U.S. ARMY RESERVE COMPONENTS AND HOMELAND DEFENSE AND SECURITY
Raymond E. Bell, Jr.
Today as the reserve components of the U.S. Army look to the decline of commitment in Afghanistan, they are turning more and more to potential missions in the continental United States. So as in Austria between the two world wars, the National Guard and the federal Army Reserve will become even more and more involved in the missions of defending the nation’s borders and protecting the populace from the ravages of nature than they are today. The latter mission indeed has already been expanded to include protection against the effects of the employment of weapons of mass destruction.
This article will therefore describe how the two reserve components of the U.S. Army, the Army Reserve and the Army National Guards of the various states, are fulfilling the homeland defense and security missions in conjunction with the active army, the other armed services, and civilian counterparts. This is to be done under the aegis of the U. S. Northern Command (USNORTHCOM).
Cybersecurity today and tomorrow: threats and solutions
Stefan Chevul and Johan Eliasson
Once the domain of company IT departments, cybersecurity, protecting information from cyber attacks, has now become an issue of legitimate combat. This article will look at the nature of the threats posed to the past and present, and offers strategies to keep systems safe.
According to the UK cabinet office, the internet-related market in the UK is estimated at £82 billion (almost €100 billion) a year, with British businesses earning £1 in every £5 from the Internet.
However, this greater digital openness, interconnection and dependency bring vulnerability. The UK National Security Strategy has categorized cyber attacks as a tier one threat to national security, alongside international terrorism, with terrorists, rogue states and cyber criminals targeting computer systems in the UK.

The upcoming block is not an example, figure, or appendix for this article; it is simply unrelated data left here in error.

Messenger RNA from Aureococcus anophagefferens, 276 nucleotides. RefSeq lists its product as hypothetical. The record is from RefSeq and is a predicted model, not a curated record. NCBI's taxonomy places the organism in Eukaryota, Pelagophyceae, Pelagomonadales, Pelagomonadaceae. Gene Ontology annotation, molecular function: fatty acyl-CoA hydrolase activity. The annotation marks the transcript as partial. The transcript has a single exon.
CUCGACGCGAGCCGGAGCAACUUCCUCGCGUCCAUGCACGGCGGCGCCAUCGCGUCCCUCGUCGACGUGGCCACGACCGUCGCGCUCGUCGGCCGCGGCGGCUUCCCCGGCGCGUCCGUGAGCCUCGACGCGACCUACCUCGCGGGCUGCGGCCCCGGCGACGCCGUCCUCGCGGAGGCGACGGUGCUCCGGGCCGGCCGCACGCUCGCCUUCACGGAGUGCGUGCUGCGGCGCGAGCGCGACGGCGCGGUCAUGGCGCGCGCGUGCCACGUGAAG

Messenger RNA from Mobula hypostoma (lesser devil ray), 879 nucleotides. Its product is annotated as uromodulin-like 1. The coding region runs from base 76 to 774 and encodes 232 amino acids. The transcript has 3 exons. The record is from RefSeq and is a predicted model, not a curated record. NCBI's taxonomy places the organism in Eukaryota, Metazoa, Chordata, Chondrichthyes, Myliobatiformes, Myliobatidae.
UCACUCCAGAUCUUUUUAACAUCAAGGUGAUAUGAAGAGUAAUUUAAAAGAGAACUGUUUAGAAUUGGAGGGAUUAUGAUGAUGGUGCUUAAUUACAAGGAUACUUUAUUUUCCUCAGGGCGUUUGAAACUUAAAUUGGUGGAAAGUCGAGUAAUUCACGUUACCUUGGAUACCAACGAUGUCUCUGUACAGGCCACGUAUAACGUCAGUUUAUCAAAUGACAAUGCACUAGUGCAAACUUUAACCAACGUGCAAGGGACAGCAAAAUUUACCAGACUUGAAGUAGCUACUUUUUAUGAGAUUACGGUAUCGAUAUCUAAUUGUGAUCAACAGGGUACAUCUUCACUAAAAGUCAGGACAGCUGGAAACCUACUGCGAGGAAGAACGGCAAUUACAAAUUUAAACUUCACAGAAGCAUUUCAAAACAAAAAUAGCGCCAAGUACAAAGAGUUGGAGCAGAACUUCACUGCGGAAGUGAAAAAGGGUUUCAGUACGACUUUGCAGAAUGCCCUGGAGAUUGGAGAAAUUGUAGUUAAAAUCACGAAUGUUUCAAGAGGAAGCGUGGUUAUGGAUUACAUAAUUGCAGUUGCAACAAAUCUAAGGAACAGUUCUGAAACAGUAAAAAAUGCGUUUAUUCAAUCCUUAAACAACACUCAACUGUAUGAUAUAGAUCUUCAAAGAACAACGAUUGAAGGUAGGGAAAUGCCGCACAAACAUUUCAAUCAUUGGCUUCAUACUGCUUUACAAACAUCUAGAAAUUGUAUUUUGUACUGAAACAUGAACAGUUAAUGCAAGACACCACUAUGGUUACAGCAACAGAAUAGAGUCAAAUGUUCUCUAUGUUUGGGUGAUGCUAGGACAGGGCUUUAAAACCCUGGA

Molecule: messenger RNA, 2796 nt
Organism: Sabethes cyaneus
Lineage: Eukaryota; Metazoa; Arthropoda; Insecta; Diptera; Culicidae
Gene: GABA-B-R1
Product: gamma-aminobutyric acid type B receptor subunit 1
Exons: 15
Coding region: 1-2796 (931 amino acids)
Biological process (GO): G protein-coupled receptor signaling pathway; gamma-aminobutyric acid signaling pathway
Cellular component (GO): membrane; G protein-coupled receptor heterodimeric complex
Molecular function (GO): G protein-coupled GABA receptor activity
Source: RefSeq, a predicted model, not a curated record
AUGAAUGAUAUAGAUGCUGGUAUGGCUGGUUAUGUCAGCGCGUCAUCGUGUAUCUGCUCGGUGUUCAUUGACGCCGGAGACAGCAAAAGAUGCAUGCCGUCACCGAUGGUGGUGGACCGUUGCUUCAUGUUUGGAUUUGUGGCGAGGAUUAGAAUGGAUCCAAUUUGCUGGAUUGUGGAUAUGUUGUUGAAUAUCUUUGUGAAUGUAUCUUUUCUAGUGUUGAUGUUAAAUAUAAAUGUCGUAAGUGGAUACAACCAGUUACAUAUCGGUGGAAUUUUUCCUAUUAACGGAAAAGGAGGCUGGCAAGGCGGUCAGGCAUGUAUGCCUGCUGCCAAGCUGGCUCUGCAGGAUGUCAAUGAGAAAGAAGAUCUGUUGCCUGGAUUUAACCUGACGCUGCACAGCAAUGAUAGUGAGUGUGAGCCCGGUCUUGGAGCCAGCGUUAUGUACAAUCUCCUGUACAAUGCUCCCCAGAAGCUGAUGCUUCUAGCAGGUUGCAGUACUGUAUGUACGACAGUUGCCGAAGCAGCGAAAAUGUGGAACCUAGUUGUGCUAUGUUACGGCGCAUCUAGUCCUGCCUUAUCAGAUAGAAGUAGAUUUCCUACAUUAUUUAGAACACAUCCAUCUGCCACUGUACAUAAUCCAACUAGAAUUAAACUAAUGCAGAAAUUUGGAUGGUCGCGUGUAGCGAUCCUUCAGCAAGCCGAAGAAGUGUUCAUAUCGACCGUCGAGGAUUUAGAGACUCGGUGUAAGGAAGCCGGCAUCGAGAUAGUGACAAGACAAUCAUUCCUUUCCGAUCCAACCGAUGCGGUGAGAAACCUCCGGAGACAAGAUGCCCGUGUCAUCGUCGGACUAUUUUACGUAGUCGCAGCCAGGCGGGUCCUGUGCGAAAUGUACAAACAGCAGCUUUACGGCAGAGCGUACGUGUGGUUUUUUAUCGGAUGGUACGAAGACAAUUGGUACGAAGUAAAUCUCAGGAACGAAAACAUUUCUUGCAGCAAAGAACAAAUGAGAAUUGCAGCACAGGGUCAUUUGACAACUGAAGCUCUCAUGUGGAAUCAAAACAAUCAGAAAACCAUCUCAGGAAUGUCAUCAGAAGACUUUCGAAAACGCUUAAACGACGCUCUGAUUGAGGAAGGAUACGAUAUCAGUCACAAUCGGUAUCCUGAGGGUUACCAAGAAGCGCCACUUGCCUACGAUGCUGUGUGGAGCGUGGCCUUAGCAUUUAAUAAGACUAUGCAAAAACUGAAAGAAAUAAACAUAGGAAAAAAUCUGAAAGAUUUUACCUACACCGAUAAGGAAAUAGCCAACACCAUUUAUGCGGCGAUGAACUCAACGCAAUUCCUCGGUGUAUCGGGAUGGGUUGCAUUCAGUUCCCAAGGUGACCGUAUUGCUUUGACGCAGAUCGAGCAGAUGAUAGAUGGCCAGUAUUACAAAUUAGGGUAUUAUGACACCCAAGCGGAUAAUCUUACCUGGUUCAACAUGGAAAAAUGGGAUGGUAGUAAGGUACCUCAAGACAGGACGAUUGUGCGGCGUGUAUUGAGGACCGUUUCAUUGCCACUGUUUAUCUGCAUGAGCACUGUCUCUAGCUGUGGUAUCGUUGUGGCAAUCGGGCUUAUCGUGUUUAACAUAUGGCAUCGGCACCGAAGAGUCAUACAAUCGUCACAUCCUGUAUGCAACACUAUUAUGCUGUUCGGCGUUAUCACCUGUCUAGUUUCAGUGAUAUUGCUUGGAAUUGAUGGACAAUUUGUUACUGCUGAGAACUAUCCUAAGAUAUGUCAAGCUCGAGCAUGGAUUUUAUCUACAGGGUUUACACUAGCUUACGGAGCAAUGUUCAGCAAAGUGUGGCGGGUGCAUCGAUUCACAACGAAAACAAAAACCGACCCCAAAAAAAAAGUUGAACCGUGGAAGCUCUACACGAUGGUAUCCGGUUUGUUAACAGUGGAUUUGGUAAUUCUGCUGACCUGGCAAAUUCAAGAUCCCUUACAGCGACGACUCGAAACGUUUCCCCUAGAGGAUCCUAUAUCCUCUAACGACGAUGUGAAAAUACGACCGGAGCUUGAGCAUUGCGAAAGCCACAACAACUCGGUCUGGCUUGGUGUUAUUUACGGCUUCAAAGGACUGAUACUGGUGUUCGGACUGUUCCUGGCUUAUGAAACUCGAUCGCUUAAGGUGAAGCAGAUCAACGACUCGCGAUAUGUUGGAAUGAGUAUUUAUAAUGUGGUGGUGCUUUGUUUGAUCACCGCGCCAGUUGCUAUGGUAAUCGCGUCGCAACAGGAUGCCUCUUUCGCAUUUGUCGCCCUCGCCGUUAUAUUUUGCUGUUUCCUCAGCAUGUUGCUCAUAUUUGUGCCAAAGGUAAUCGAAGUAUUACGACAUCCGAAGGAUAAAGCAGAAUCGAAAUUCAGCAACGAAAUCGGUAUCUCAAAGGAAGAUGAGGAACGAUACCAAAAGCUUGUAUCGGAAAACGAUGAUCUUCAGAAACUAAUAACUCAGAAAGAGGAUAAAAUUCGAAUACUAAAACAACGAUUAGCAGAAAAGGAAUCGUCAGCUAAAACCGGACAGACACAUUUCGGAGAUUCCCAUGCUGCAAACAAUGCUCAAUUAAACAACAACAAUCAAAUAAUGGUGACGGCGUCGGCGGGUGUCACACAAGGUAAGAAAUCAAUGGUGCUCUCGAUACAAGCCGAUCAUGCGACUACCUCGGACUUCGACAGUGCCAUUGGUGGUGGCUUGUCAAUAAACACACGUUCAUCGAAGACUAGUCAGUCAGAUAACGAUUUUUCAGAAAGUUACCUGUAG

From Versailles via Paris to Moscow
Strategic Options and Perspectives of the German Empire with a View to National Power Policy (Part 2)
The Third Reich was, exactly as the German Empire, geared towards war. The period from 30 January 1933 to the beginning of World War II was marked by preparations for war. In this process, two ideological fundamental principles played a particular role: The first principle was about the drawing of – supposed – lessons from the ‘stab-in-the-back-legend'.
The second aspect dealt with the fact that everything, ranging from the establishment of a totalitarian state on the basis of the National Socialist ideology through the re-attainment of the position of a major power by the German Reich by breaking the Versailles Treaty to the build-up of the armed forces, and was geared towards preparing a war 'to conquer new living space in the East, including the reckless Germanisation of the new territories', as Adolf Hitler put it in his first speech as Reich Chancellor to the assembled leaders of the Reichswehr in utter honesty already on 3 February 1933. This ensured that Hitler and the German Generals shared, in parts, the same objectives.
From Versailles via Paris to Moscow
Strategic Options and Perspectives of the German Empire with a View to National Power Policy (Part 1)
At first glance, the strategic-political analysis of the framework conditions for the international systems as well as for all the interrelations of the dynamic “Concert of Europe” between the two world wars1) unveils a seeming paradox with a view to the “dark continent”2) in the “age of extremes”3): Notwithstanding the German Empire’s defeat in the First World War and the Treaty of Versailles,4) by which the central European country’s political and military power was curtailed, the very same country was able to achieve a dominant position in terms of power politics between the “Eiffel Tower” and the “Kremlin” within a little more than 20 years. This position went beyond the scope of the objective that the German Empire, which had been proclaimed in 1871 with pompous political imagery in the Hall of Mirrors in Versailles, had aimed at in a far less ambitious attempt5).
Modern approaches to an occupying
power’s loss of control – Rome and Judea
Insurgencies and the fight against them have been known ever since the first establishment of civil or military rule. The only thing new is that today an attempt is being made to take a comprehensive view, in a social, economic and religious context. In the context of the situation in Iraqor Afghanistan, the term counterinsurgency has increasingly been used in specialist literature as a technical term descriptive of the western way of combating insurgencies in the twenty-first century. Because of changing circumstances, the question has been asked whether counterinsurgency should be so clearly set apart from other approaches. A change of emphasis is to be expected as the currently most important rulebook, the Field Manual 3-24 Counterinsurgency (FM 3-24) is being revised. The fact that this manual dates from 2006 reveals that it relies in large part on older, historic examples of counterinsurgency, rather than on lessons learned from more recent events. In an attempt to create a reliable model, these historic insurgencies were condensed into their basic elements, with the aim of identifying structural regularities on the basis of commonalities and differences.